County court judgments against businesses in England and Wales rose four percent in the first half of 2019, according to figures released today (July 24) by Registry Trust.
Year-on-year numbers have risen for the past three years and in the first half of 2019 are 56 percent higher than 2016’s record low, for a first half-year, of 42,091.
However, the total and average value of business CCJs do not reflect this trend, having both dropped since 2018. The total value fell by 19 percent, compared to the same period of the previous year, to £202.2million, but is still up by 35 percent on 2016’s record HY1 low of £149.4million. The average value of an adverse business CCJ in the first six months of 2019 was £3,076, 22 percent lower than in the first half of 2018. The median value at £1,012 was two percent lower.
Within business judgments CCJs against incorporated businesses rose by three percent to 49,192, in the first half of 2019 compared to the same period of 2018. The total value decreased by 22 percent to £153.5million. The average value of a CCJ against companies fell by 25 percent compared to HY1 2018, to £3,120, though the median value dropped by just six percent to £902.
By contrast, in the first half of 2019 the total number of CCJs against generally smaller unincorporated businesses at 16,528 was up six percent from last year. This bucks a nine-year downward trend culminating in 2018’s record HY1 low of 15,540.
The total value of CCJs against unincorporated businesses, though still up on 2017’s HY1 record low of £40.7m, shows a return to the downward trend where total value has dropped annually since HY1 2010. In the first six months of 2019, the total value dropped by eight percent to £48.7million, compared to the same period of last year. The average value for unincorporated businesses fell 13 percent to £2,947, though the median increased by six percent to £1,259.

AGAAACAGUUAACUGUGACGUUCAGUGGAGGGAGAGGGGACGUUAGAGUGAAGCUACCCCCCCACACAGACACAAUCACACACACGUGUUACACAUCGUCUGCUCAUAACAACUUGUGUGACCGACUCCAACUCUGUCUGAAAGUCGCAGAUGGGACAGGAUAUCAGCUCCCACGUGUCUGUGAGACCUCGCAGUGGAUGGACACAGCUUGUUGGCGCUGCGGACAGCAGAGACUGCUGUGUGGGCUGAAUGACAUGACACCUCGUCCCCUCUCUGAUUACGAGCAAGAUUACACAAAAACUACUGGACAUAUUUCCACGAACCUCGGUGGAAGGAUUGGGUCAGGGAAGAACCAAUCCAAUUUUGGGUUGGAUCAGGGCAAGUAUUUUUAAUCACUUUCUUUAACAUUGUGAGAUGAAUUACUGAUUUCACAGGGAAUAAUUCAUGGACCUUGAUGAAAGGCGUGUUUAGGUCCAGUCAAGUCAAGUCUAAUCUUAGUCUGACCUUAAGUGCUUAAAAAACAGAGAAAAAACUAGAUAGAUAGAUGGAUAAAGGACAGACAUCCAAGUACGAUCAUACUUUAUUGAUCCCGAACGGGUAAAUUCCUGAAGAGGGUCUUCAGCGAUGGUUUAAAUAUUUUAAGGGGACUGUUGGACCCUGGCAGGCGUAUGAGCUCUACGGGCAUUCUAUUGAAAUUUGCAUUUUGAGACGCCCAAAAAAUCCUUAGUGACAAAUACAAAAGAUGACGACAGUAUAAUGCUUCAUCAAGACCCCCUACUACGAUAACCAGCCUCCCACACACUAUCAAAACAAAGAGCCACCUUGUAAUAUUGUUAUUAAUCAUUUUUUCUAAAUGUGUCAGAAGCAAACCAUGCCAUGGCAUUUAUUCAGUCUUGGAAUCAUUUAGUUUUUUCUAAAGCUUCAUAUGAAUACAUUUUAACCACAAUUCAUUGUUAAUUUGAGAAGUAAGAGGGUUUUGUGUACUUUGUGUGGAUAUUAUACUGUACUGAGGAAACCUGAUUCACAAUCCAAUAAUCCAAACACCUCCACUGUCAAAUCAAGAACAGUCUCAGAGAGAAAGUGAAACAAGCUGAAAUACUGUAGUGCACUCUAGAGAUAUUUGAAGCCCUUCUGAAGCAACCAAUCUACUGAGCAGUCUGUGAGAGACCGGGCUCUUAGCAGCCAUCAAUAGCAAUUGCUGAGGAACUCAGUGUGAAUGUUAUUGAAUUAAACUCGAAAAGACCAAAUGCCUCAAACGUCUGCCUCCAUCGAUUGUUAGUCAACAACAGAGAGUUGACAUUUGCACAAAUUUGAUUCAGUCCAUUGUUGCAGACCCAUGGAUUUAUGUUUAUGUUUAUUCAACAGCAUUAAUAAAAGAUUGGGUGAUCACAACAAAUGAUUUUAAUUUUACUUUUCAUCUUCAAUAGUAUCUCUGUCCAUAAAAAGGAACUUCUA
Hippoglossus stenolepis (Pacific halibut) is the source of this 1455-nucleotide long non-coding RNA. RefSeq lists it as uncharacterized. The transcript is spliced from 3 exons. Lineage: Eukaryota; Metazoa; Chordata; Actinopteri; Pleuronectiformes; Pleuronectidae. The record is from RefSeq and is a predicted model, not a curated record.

In the High Court 24 judgments were issued against businesses in the first half of 2019, 26 fewer than in the same period last year and matching 2017’s record low. The total value of High Court judgments was £17.8 million, a fall of 44 percent on 2018, the lowest first half-year on record. However the average value of a High Court judgment rose to £742,565 in the first half of the year, up 17 percent on the same period of 2018.Though varying slightly from year to year, there has been a general downward trend in number and value of High Court judgments for the first half of the year, since the highs of 2009/2010.
Mick McAteer, deputy chairman of Registry Trust said: “Registry Trust data is an important indicator of the health of the economy. The number of judgments against business has risen for the third year in a row and are more than 50 percent higher than 2016’s record lows. It is too early to draw conclusions about the health of the business sector but we will continue to monitor the data closely.”
Registry Trust is the Registrar of Judgments, Orders and Fines in England and Wales (on behalf of the Ministry of Justice). In addition, it collects, verifies and publishes judgment information from jurisdictions across the British Isles and Ireland.
It provides its licensed credit reference agencies with regular updates on outstanding judgment debts. This information affects the ability of all enterprises to borrow.
Registry Trust distributes judgment information under strict licensing to leading credit reference agencies, and makes information publicly available through TrustOnline.
There were 128,326 public requests to search the register for England and Wales online during the first half of 2019. TrustOnline allows anyone to search for judgments and similar information registered against businesses and consumers in jurisdictions across the British Isles and Ireland.